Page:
This Day In Writing History
On August 29th, 1833, Britain's Parliament passed the Mills and Factory Act, the first of many reforms enacted to improve the "health and morals" of child laborers - the most exploited members of the working class.
The Mills and Factory Act made it illegal for children under nine years old to work, limited the work week of children aged 9-12 to a maximum of 48 hours and limited the work week for teenagers to a maximum of 68 hours.
The Act also included minimum provisions for facilitating the education of child laborers and for protecting their health and safety. Woefully inadequate by today's standards, the law was revolutionary for its time.
Why would Parliament, then notorious for its extreme reluctance to regulate British businesses in any way, pass the Mills and Factory Act, which for the first time ever granted national government inspectors unprecedented, unlimited access to factories?
And why, over the years, were more regulatory acts passed by Parliament - acts that were increasingly stricter, leading to the total outlawing of most forms of child labor?
It was all due to the efforts of England's greatest writers, whose works brought the horrific nature of unregulated child labor to national attention, sparking national outrage and demands for reform.
In 1789, the legendary poet William Blake published his classic poem The Chimney Sweeper, in which a child laborer tells of his unhappy plight:
When my mother died I was very young,
And my father sold me while yet my tongue,
Could scarcely cry weep weep weep weep.
So your chimneys I sweep & in soot I sleep...
Blake died in 1827 - six years before the Mills and Factory Act was passed. He spent his last years living in rooms off the Strand, near the alleyways where a child laborer named Charles Dickens walked en route to the job he detested.
Another great English writer who brought the horrors of child labor to national attention was Frances Trollope, whose classic novel, The Life and Adventures of Michael Armstrong, The Factory Boy was published in 1840.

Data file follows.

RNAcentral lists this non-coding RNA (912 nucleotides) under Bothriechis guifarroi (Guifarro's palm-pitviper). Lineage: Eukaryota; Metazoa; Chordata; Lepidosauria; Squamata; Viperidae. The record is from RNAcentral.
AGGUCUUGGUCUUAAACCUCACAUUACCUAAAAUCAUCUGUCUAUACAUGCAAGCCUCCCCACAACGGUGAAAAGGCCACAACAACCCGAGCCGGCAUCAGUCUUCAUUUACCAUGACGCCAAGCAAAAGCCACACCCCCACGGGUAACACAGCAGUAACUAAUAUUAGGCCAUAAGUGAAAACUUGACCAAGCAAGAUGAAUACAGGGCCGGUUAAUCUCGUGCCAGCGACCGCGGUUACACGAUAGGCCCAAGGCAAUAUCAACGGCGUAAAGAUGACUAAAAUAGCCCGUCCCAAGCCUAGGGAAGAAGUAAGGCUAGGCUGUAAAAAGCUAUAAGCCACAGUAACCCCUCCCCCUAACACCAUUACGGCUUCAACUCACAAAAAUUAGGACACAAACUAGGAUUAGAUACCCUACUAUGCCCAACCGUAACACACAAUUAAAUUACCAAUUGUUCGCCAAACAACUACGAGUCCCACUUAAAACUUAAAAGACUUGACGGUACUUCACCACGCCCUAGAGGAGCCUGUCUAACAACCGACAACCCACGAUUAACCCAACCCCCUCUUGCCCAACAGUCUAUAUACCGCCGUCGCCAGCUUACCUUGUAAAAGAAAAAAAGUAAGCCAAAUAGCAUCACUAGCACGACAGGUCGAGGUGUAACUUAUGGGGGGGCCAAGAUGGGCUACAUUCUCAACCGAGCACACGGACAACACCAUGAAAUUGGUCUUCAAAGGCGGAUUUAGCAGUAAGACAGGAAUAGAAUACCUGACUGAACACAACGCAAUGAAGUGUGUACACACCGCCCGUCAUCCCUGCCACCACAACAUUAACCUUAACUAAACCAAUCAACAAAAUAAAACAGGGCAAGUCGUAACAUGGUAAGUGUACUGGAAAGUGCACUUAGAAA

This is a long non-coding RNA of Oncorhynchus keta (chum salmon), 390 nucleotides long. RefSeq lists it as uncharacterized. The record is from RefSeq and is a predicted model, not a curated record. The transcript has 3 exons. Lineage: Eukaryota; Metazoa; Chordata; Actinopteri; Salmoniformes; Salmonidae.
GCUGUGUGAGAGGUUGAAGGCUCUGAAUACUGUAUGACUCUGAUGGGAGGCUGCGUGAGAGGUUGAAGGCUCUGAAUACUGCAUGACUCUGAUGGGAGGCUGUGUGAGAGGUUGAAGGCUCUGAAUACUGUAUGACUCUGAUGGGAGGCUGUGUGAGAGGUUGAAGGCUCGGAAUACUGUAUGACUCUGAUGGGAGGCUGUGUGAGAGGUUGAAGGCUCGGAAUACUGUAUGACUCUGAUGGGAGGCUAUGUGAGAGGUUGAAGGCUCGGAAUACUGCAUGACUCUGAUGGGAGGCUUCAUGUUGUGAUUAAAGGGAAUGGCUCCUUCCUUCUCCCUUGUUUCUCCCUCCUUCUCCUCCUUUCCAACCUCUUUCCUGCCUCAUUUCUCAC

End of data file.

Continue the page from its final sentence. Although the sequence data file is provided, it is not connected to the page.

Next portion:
To ensure the accuracy of her novel, Trollope thoroughly researched child labor, combing through contemporary documents and reading the testimony of the victims of unregulated child labor. Most influential was a memoir written by a man named Robert Blincoe.
Blincoe became a workhouse orphan at the age of four. When he was seven, he and eighty other workhouse children, both boys and girls, were taken to work in a horrific textile mill in Nottingham. He would later testify before a Parliamentary committee investigating child labor abuses:
I have seen the time when two weights have each been screwed to my ears. Then three or four of us have been hung on a beam over the machinery, hanging by our hands. Mind, we were apprentices without a mother or father to take care of us. Then we used to stand up, in a skip, without our shirts, and be beat with straps. Then they used to tie up a 28-pound weight to hang down our backs.
Of course, the English writer who contributed the most to reforming child labor was the aforementioned Charles Dickens, who exposed the horrors of child labor in classic novels such as Oliver Twist (1837) and David Copperfield (1850).
As a child laborer himself, he saw these horrors firsthand. Dickens, a child prodigy, had lived a comfortable upper middle class life. Like many others in a similar position, he had felt a sense of superiority and entitlement.
Then, when he was twelve, his father went broke and was sent to debtor's prison. Charles was forced to work to pay off his father's debts. Angrily bemoaning his situation at first, he soon developed a deep compassion for the poor and oppressed of all ages.
The passage of the Mills and Factory Act in 1833 and subsequent reforms to end the suffering caused by unregulated child labor is proof that the pen is indeed mightier than the sword.
The Mills and Factory Act was passed not because of a violent revolution at the workplace, but because England's greatest writers had the courage to speak out against the suffering of child laborers and use the power of their words to bring about change.
Quote Of The Day
"In the little world in which children have their existence, whosoever brings them up, there is nothing so finely perceived and so finely felt, as injustice." - Charles Dickens
Today's video features a reading of the first chapter of Charles Dickens' classic novel, David Copperfield. Enjoy!